Affiliative Behavior (or, Let’s Drink Together!)

By Terry Golson

I can’t give my horse the physical space that he’s designed for. I don’t have a hundred acres of grassland for him to roam across and graze at will. I don’t have a band of horses for him to bond and travel with. But I do understand what he emotionally and physically requires to stay sane and healthy, and so within the limits of keeping him in populous, rocky New England, I try to give him what he needs to thrive.

Tonk is turned out all day in a paddock large enough for play.



He always has hay to nibble on. He has another horse to keep him company.

He has a water trough.



Fresh, clean water offered at all times is essential for physical health. You can do that with a bucket. But a trough helps with your horse’s mental state. Studies of free-roaming feral equines show that drinking together is an affiliative behavior. That’s science-speak for what you do that creates bonding between friends. Horses prefer to drink in company. That’s likely due to them being prey animals and there being safety in numbers. But beyond that, horses prefer to drink with their best friends.

Horses in group paddocks that have only a bucket to drink from show behavior that some people label as aggressive or dominant, but is actually resource guarding. Instead of drinking  being an enjoyable and relaxed activity that friends do together, it becomes something to fight over. I saw this when Tonk lived at another barn. He shared a paddock with a Percheron mare. She claimed the waterer as her own. When he wanted to drink there was ear pinning and threatening displays with teeth and hooves. He’s waiting for her to go elsewhere before approaching the bucket.


guarding bucket


Conversely, a large tub of plentiful, clean water is something to share. Tonk seems to like it when I stand near him when he drinks. After all, I am his best friend. There is relaxed dribbling.




He takes his time. I might be reading into this, but it does seem as if Tonk is showing off a bit.



He invites me to join him.



I don’t. I stand several feet away. Especially on this cold and dreary day I don’t want water dripped all over me. Tonk’s idea of being a polite friend is different than mine. Last photo before I put the phone out of his wet muzzle’s reach!


13 thoughts on “Affiliative Behavior (or, Let’s Drink Together!)

  • Jane Jackson

    Interesting to think about, Terry, thank you. I don’t have a huge trough but horses who are buddies do tend to drink together out of the small one I have. I would actually think it would be important for some horses in a group setting to not be drinking so they could be on alert while the others were compromised (heads down and water tending to be in a low spot).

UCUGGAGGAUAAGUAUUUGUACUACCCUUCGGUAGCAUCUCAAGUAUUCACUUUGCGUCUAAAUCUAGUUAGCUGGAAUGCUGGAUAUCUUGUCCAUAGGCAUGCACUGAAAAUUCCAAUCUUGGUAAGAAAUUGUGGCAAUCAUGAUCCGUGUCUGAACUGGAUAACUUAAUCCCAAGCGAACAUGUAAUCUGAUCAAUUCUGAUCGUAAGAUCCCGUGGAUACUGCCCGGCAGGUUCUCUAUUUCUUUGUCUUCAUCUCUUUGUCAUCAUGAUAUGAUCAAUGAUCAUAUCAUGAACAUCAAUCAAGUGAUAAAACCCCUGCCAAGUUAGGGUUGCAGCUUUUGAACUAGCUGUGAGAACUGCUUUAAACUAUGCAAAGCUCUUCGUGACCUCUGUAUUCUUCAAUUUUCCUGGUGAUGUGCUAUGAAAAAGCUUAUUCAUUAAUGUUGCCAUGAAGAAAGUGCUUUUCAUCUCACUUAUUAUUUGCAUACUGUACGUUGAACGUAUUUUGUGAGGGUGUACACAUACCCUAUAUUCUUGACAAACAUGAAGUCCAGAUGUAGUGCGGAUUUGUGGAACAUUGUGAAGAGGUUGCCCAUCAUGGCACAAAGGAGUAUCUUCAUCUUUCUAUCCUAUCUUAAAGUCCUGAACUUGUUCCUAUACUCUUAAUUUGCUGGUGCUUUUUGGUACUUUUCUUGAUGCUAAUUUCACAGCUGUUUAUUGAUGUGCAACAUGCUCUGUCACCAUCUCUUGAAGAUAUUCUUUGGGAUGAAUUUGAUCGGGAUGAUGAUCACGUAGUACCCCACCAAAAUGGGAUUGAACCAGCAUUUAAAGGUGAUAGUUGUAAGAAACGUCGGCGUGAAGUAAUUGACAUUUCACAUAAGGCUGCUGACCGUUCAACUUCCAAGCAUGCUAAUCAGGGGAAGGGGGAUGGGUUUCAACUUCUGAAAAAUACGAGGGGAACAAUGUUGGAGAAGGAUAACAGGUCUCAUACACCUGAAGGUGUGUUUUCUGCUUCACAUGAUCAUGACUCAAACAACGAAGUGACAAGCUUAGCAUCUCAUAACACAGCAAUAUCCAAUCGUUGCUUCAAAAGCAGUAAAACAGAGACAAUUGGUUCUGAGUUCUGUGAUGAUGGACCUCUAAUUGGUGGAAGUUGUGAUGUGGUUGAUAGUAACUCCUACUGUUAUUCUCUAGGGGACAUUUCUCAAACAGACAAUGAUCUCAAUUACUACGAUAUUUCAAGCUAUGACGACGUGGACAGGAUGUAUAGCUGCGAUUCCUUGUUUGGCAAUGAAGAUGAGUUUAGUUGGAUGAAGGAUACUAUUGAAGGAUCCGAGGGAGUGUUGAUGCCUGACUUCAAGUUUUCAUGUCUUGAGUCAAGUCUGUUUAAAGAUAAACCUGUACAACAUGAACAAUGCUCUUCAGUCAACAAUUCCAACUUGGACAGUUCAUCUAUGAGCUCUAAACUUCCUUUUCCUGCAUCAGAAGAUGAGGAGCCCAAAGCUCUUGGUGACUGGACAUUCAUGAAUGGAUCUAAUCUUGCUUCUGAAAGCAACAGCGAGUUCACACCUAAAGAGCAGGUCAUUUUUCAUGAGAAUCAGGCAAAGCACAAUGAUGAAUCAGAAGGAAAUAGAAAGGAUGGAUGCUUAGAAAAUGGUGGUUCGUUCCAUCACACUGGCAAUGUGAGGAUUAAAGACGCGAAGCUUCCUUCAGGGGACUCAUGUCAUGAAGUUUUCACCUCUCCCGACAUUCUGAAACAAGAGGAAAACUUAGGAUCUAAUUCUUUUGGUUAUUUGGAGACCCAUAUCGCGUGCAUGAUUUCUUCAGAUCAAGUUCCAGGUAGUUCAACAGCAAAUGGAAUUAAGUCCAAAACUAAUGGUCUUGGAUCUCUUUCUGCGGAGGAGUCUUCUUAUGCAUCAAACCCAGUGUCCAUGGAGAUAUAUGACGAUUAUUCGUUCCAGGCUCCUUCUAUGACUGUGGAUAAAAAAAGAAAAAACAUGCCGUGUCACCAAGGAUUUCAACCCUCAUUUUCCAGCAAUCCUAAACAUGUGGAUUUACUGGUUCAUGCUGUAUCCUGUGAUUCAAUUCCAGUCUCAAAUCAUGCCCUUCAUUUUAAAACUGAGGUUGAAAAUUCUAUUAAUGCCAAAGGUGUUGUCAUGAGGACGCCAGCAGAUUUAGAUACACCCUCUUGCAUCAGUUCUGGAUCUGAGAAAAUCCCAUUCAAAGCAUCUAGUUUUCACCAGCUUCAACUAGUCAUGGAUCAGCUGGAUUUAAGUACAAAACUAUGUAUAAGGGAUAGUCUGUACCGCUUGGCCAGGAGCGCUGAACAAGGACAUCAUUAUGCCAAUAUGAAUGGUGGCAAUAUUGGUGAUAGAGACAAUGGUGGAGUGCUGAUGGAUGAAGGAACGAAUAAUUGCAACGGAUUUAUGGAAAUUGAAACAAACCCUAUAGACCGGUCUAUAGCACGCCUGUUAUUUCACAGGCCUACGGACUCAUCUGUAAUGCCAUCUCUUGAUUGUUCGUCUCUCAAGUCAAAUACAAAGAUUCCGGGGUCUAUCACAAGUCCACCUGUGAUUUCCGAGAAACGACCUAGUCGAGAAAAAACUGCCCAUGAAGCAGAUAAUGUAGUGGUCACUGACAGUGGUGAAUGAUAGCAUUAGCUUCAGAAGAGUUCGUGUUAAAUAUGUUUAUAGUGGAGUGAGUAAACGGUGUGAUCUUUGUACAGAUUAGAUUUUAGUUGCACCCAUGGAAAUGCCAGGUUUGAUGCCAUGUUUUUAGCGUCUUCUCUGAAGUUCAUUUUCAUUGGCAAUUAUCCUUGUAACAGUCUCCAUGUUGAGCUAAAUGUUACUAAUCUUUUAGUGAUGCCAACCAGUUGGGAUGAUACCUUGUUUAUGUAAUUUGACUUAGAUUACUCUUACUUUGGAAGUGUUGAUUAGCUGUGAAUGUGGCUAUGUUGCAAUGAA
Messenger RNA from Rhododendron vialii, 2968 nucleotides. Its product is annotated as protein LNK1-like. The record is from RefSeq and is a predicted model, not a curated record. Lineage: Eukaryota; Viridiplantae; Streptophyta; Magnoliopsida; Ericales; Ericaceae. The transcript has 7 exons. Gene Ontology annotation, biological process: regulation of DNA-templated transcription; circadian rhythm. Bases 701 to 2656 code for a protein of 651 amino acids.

• Terry Golson Post author

      In an ideal horse world, there would be a clear flowing stream, so that friends could be on the lookout and drink, as need be. One theory about “lead” mares is that the horses that lead others to drink are the lactating mares who are thirstiest! They won’t go and drink on their own with their foals, and so encourage others to join them. So “leading” is determined by who is thirstier, not who is dominant.

  • kimmie

    What a sweet story. I didn’t know that about the troughs. Thanks for sharing this.

  • Jan

    Hi Terry, Tonka and CH. I have just read the Blogs they are brilliant as usual, full of your knowledge and wit, will get Jess to read them during week. Update on Jess, she has left the previous lady she was helping as she was grooming and poop picking every weekend and after school when possible but she never got the riding, in five months she only got to ride twice and that was only in the field the lady always made up excuses for not taking her out on a ride. She is now helping two retired Policemen who have 5 gentle giants, they vary between 15 and 17 hands and are all over 20 years old one is 30 and still going strong. They are really pleased to get some help and are grateful for the exercise of the horses. They take her on a hack every weekend and she is allowed to ride whenever she wants. Her mom and brother also go out with her when they can. She is now back to riding English style again which she far prefers to Western…:)
    Also your Epsom Salt bath and drench has saved on of my girls who got in a bad way, she had a prolapse due to a large egg, but all well now. Thanks ..:)

    • Terry Golson Post author

      Jan, so pleased that you found your way over to CH. Jess sounds like the sort of horsewoman that anyone would want to have around their barn. Those old horses are going to be like pleased puppies every time she stops in to care for them.

  • picassospaintings

    Cute pictures! That’s so interesting. I didn’t know that having a large water trough helps with behaviour issues like the ones you mentioned!! Very informative post as always, Terry 🙂

    • Terry Golson Post author

      One thing I didn’t mention in the post is that having the trough away from the corner would be even better to prevent resource guarding.

  • Chicken Carol

    I never realised this about horses and water either although I guess if it so for hay it stand to reason it is the same for water.

    I love the fact that Tonker would share his water with you though. True friendship.

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